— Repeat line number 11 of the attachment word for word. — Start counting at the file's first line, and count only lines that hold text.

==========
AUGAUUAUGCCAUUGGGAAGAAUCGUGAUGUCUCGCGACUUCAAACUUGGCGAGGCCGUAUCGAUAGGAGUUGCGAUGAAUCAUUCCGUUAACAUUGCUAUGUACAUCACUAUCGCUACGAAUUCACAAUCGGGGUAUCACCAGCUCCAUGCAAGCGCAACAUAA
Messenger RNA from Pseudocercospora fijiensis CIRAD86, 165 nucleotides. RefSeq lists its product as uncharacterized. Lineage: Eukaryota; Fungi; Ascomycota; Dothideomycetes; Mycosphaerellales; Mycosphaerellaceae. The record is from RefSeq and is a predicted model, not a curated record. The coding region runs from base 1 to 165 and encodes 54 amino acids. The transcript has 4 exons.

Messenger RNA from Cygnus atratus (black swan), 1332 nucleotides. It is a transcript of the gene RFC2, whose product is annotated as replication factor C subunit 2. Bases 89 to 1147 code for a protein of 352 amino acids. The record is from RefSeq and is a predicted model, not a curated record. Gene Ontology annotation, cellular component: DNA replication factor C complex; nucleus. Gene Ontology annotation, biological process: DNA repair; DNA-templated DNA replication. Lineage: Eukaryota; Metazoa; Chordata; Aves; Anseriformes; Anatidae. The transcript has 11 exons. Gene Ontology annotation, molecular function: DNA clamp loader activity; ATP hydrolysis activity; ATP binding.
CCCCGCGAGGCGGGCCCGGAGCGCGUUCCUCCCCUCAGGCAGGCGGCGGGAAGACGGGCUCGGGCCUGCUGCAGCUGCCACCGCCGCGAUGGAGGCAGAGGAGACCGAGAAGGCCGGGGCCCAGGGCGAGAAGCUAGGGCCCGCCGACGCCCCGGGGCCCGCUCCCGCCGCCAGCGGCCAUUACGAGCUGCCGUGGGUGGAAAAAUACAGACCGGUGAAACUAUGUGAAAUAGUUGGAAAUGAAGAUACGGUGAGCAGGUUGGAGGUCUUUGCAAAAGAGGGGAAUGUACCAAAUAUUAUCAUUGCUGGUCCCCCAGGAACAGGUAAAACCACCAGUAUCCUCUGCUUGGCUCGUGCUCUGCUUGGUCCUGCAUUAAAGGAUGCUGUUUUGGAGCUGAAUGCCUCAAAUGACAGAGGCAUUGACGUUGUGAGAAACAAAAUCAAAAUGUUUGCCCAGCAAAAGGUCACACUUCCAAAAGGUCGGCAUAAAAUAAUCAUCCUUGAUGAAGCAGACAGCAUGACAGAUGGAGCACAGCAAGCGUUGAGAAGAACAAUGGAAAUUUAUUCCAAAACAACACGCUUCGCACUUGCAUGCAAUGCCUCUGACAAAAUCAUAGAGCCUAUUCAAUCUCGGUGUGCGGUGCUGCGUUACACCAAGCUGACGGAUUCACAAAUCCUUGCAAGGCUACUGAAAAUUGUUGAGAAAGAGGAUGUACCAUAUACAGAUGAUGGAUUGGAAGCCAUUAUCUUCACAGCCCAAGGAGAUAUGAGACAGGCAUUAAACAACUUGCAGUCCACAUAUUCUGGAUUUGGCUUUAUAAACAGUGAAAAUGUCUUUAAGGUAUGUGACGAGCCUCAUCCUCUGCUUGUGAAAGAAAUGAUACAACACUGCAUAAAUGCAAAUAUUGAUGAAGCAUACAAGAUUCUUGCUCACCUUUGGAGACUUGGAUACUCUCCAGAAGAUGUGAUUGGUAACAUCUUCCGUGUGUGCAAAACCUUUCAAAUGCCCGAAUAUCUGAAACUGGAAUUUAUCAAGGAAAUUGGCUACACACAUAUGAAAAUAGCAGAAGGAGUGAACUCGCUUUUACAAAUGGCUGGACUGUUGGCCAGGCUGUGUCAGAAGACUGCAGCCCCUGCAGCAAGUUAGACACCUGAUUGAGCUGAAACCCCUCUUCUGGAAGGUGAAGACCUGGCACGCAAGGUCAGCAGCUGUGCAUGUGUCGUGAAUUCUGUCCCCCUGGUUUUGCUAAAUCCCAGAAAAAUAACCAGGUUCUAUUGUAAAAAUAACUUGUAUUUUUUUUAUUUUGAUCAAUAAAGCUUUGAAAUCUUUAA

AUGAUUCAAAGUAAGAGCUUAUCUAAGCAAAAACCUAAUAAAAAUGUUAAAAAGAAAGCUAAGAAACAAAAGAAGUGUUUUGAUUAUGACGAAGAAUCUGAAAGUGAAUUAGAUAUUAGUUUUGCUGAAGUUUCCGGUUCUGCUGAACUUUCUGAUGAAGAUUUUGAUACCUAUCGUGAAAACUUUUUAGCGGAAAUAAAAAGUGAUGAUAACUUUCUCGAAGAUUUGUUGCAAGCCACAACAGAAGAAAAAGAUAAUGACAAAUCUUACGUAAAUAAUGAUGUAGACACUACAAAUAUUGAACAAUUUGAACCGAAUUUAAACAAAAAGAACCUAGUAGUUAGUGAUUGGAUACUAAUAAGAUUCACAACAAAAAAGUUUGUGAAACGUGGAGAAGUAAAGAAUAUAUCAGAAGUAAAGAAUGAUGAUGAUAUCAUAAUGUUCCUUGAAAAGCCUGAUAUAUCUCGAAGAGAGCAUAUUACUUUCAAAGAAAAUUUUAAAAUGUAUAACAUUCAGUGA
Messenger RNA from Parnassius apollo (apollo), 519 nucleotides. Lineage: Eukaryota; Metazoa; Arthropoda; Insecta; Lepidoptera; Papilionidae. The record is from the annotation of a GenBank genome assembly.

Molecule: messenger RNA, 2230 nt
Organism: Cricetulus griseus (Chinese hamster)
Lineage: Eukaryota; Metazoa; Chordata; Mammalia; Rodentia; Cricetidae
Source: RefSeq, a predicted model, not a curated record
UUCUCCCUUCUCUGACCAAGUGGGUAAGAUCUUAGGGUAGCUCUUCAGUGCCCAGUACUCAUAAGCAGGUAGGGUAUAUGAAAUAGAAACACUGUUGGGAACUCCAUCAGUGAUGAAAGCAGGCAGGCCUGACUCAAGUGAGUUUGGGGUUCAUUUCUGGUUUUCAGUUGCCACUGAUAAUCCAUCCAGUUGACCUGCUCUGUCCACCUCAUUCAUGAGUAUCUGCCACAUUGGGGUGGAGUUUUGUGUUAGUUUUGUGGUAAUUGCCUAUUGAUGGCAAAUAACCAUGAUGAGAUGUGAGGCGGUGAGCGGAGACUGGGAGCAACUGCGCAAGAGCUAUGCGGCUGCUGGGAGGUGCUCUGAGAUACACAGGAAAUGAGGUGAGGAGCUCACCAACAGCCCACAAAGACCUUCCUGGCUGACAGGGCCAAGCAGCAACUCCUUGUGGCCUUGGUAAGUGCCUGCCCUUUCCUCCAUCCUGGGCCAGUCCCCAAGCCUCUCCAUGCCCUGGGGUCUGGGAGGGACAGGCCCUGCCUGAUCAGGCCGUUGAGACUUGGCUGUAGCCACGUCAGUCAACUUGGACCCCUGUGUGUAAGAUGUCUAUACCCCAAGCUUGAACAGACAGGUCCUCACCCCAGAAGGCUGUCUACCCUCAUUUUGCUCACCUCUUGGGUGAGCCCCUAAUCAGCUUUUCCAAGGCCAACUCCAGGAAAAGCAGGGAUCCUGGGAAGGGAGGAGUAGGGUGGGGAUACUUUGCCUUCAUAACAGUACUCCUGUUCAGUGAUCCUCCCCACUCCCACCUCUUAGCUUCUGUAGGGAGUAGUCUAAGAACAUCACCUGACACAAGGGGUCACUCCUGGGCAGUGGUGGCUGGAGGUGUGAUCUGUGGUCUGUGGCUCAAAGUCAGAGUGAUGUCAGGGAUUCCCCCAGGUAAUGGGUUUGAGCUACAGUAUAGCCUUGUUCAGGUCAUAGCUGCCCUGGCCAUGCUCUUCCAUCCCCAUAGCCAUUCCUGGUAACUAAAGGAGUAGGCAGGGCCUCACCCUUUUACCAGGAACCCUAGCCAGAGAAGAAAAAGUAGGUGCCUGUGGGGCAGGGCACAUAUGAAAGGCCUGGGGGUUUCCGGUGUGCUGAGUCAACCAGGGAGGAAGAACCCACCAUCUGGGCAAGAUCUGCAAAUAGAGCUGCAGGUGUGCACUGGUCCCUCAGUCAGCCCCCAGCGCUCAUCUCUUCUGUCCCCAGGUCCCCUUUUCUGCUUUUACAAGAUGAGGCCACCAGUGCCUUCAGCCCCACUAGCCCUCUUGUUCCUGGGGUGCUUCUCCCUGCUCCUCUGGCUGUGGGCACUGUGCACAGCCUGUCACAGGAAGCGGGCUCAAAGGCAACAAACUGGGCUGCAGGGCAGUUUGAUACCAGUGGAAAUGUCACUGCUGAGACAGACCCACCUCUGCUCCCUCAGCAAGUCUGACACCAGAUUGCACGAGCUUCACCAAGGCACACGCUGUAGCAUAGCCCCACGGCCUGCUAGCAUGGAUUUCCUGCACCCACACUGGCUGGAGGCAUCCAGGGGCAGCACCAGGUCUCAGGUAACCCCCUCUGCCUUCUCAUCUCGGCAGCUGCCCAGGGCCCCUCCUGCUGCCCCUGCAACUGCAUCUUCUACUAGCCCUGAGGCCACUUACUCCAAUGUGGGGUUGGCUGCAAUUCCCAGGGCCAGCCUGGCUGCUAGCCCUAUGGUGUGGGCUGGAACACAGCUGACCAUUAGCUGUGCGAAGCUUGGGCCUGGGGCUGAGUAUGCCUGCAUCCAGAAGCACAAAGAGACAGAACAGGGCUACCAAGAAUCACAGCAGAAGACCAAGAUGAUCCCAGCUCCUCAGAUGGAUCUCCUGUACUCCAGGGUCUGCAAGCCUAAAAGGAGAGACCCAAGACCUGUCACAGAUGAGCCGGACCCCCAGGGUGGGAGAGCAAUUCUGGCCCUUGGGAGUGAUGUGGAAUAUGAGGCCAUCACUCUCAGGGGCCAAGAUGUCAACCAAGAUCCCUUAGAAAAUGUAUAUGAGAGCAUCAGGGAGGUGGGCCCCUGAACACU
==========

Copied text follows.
UUCUCCCUUCUCUGACCAAGUGGGUAAGAUCUUAGGGUAGCUCUUCAGUGCCCAGUACUCAUAAGCAGGUAGGGUAUAUGAAAUAGAAACACUGUUGGGAACUCCAUCAGUGAUGAAAGCAGGCAGGCCUGACUCAAGUGAGUUUGGGGUUCAUUUCUGGUUUUCAGUUGCCACUGAUAAUCCAUCCAGUUGACCUGCUCUGUCCACCUCAUUCAUGAGUAUCUGCCACAUUGGGGUGGAGUUUUGUGUUAGUUUUGUGGUAAUUGCCUAUUGAUGGCAAAUAACCAUGAUGAGAUGUGAGGCGGUGAGCGGAGACUGGGAGCAACUGCGCAAGAGCUAUGCGGCUGCUGGGAGGUGCUCUGAGAUACACAGGAAAUGAGGUGAGGAGCUCACCAACAGCCCACAAAGACCUUCCUGGCUGACAGGGCCAAGCAGCAACUCCUUGUGGCCUUGGUAAGUGCCUGCCCUUUCCUCCAUCCUGGGCCAGUCCCCAAGCCUCUCCAUGCCCUGGGGUCUGGGAGGGACAGGCCCUGCCUGAUCAGGCCGUUGAGACUUGGCUGUAGCCACGUCAGUCAACUUGGACCCCUGUGUGUAAGAUGUCUAUACCCCAAGCUUGAACAGACAGGUCCUCACCCCAGAAGGCUGUCUACCCUCAUUUUGCUCACCUCUUGGGUGAGCCCCUAAUCAGCUUUUCCAAGGCCAACUCCAGGAAAAGCAGGGAUCCUGGGAAGGGAGGAGUAGGGUGGGGAUACUUUGCCUUCAUAACAGUACUCCUGUUCAGUGAUCCUCCCCACUCCCACCUCUUAGCUUCUGUAGGGAGUAGUCUAAGAACAUCACCUGACACAAGGGGUCACUCCUGGGCAGUGGUGGCUGGAGGUGUGAUCUGUGGUCUGUGGCUCAAAGUCAGAGUGAUGUCAGGGAUUCCCCCAGGUAAUGGGUUUGAGCUACAGUAUAGCCUUGUUCAGGUCAUAGCUGCCCUGGCCAUGCUCUUCCAUCCCCAUAGCCAUUCCUGGUAACUAAAGGAGUAGGCAGGGCCUCACCCUUUUACCAGGAACCCUAGCCAGAGAAGAAAAAGUAGGUGCCUGUGGGGCAGGGCACAUAUGAAAGGCCUGGGGGUUUCCGGUGUGCUGAGUCAACCAGGGAGGAAGAACCCACCAUCUGGGCAAGAUCUGCAAAUAGAGCUGCAGGUGUGCACUGGUCCCUCAGUCAGCCCCCAGCGCUCAUCUCUUCUGUCCCCAGGUCCCCUUUUCUGCUUUUACAAGAUGAGGCCACCAGUGCCUUCAGCCCCACUAGCCCUCUUGUUCCUGGGGUGCUUCUCCCUGCUCCUCUGGCUGUGGGCACUGUGCACAGCCUGUCACAGGAAGCGGGCUCAAAGGCAACAAACUGGGCUGCAGGGCAGUUUGAUACCAGUGGAAAUGUCACUGCUGAGACAGACCCACCUCUGCUCCCUCAGCAAGUCUGACACCAGAUUGCACGAGCUUCACCAAGGCACACGCUGUAGCAUAGCCCCACGGCCUGCUAGCAUGGAUUUCCUGCACCCACACUGGCUGGAGGCAUCCAGGGGCAGCACCAGGUCUCAGGUAACCCCCUCUGCCUUCUCAUCUCGGCAGCUGCCCAGGGCCCCUCCUGCUGCCCCUGCAACUGCAUCUUCUACUAGCCCUGAGGCCACUUACUCCAAUGUGGGGUUGGCUGCAAUUCCCAGGGCCAGCCUGGCUGCUAGCCCUAUGGUGUGGGCUGGAACACAGCUGACCAUUAGCUGUGCGAAGCUUGGGCCUGGGGCUGAGUAUGCCUGCAUCCAGAAGCACAAAGAGACAGAACAGGGCUACCAAGAAUCACAGCAGAAGACCAAGAUGAUCCCAGCUCCUCAGAUGGAUCUCCUGUACUCCAGGGUCUGCAAGCCUAAAAGGAGAGACCCAAGACCUGUCACAGAUGAGCCGGACCCCCAGGGUGGGAGAGCAAUUCUGGCCCUUGGGAGUGAUGUGGAAUAUGAGGCCAUCACUCUCAGGGGCCAAGAUGUCAACCAAGAUCCCUUAGAAAAUGUAUAUGAGAGCAUCAGGGAGGUGGGCCCCUGAACACU